TheDukeAnumber1

Well-known member
Joined
Jun 7, 2012
Messages
2,064
Points
63
Of course silver is better than copper
I'm sorry Flamin but you wasted your time using silver, copper is better. Using silver you gain a 7% increase in thermal conductivity, but you lose 41% of your heat capacity. Silver is like an aluminum but with copper's thermal conductivity.

Copper is better than aluminum, just as a 1mΩ clicky switch is better than a 2mΩ clicky switch. Yes, one is twice the conductivity of the other, but it doesn't matter.
I searched, and either I didn't find, or I found false information. At least this thread's title will be easy to search and I take it you might not have really read this thread because their is more to it than what you have addressed.
 

jander6442

New member
Joined
Jan 8, 2009
Messages
3,220
Points
0


Copper is better than aluminum, just as a 1mΩ clicky switch is better than a 2mΩ clicky switch. Yes, one is twice the conductivity of the other, but it doesn't matter.
Always so positive.:na:
 

pullbangdead

Well-known member
Joined
Aug 25, 2007
Messages
2,045
Points
63
If you care about diode runtime and long life, then you don't put them in a handheld to begin with, and you definitely don't run them at more than twice the rated current as many do here.

It's all relative. You get even better runtimes and even longer life with active cooling via TEC. You get even better runtimes and even longer life with water cooling, or any number of other heat transfer systems.

You're choosing an arbitrary set of options, under a limited number of conditions, and generalizing it to say "this one is always better".

And you're not even the first one to do so on this forum.
 
Last edited:

TheDukeAnumber1

Well-known member
Joined
Jun 7, 2012
Messages
2,064
Points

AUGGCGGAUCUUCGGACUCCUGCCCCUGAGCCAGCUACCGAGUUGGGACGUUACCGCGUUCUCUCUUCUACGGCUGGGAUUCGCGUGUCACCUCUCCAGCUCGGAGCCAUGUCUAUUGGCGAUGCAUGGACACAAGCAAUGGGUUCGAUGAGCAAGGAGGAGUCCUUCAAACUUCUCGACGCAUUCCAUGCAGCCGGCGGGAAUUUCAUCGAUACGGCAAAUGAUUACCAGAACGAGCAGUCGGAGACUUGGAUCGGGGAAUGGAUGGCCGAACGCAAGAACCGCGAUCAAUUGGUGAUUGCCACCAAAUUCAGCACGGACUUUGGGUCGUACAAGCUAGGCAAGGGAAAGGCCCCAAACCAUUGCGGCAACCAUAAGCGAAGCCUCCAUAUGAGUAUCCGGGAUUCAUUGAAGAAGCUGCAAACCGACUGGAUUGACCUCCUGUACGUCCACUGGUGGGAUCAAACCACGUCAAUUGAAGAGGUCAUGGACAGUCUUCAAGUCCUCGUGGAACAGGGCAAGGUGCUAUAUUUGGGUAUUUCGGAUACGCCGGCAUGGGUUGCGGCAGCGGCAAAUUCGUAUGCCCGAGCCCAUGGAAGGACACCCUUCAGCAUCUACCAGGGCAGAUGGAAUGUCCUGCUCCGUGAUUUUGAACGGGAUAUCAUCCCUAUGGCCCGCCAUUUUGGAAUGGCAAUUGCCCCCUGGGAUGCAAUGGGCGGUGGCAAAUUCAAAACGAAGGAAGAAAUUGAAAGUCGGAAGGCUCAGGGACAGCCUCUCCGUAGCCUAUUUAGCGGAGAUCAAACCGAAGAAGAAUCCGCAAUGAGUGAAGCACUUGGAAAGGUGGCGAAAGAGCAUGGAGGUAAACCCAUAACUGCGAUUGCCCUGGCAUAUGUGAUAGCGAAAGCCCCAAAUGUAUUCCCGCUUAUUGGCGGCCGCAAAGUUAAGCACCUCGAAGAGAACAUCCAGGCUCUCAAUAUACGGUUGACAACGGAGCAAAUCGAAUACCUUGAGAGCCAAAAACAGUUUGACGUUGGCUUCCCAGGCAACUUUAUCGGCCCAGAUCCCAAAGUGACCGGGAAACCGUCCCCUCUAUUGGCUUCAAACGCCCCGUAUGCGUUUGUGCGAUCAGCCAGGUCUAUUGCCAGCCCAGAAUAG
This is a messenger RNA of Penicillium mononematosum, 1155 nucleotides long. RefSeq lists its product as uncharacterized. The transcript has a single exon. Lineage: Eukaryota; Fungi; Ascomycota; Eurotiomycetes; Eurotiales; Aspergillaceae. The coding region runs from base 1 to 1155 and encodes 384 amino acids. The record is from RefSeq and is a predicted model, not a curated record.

63
If you care about diode runtime and long life, then you don't put them in a handheld to begin with, and you definitely don't run them at more than twice the rated current as many do here.

It's all relative. You get even better runtimes and even longer life with active cooling via TEC. You get even better runtimes and even longer life with water cooling, or any number of other heat transfer systems.

You're choosing an arbitrary set of options, under a limited number of conditions, and generalizing it to say "this one is always better".

And you're not even the first one to do so on this forum.
Did you read the title or thread all because you've completely missed the point. This is a comparison of metals used for cooling, not cooling systems. Obviously active cooling works great and also depends on what metals you use in it. It's seems like you just want to bash.

And if so many people have made threads just like this one, please... show me.
 

Blord

New member
Joined
Dec 24, 2007
Messages
5,368
Points
0
Beside the thermal capabilities between these two metals there is also the aesthetic look. The golden color of the copper appeals people much more than the aluminum look. Also the relative high mass density speaks in favor of copper.
 

Apocalypse

Member
Joined
Sep 11, 2011
Messages
250
Points
18
I think people also made solid silver hosts because of the weight and the feel in their hands.
 

ARG

Well-known member
Joined
Feb 27, 2011
Messages
6,987
Points
113
Copper is only noticably better when air flow speeds are very high. We do not use finned heat-sinks in our hobby, rather use blocks of metal to absorb as much heat as possible before having to turn the laser off.

Copper does have an advantage, but the difference between aluminium is so small that it's not even worth it unless it's for a module. Copper is more expensive, harder to machine, looks awful and it corrodes.

Did you read the title or thread all because you've completely missed the point. This is a comparison of metals used for cooling, not cooling systems. Obviously active cooling works great and also depends on what metals you use in it. It's seems like you just want to bash.
What he is saying is relevant to this, this thread is about thermal dissipation after all. No need to be rude.
 
Last edited:

Cyparagon

Well-known member
Joined
Sep 12, 2007
Messages
9,610
Points
113
Did you read the title or thread all because you've completely missed the point.
Not quite. He's just saying your point is not helpful in the grand scheme of things. It's sorta like:

op says "fact: dog sh:)t tastes better than cat sh:)t."
PBD says "It depends on what you're feeding the dog. I prefer lasagna, anyways."
 

jander6442

New member
Joined
Jan 8, 2009
Messages
3,220
Points
0
Of all the materials to use in this hobbie for heatsinks aluminum just makes sense... sure every once in a while when funding calls for by all means build using copper. This is why the copper builds fetch more mula right?

Hypothetically if you were to be sending a astronaut to Mars and need to build the best possible pointer HeHe:na: then ya go copper...:fightin: or not.
 




Top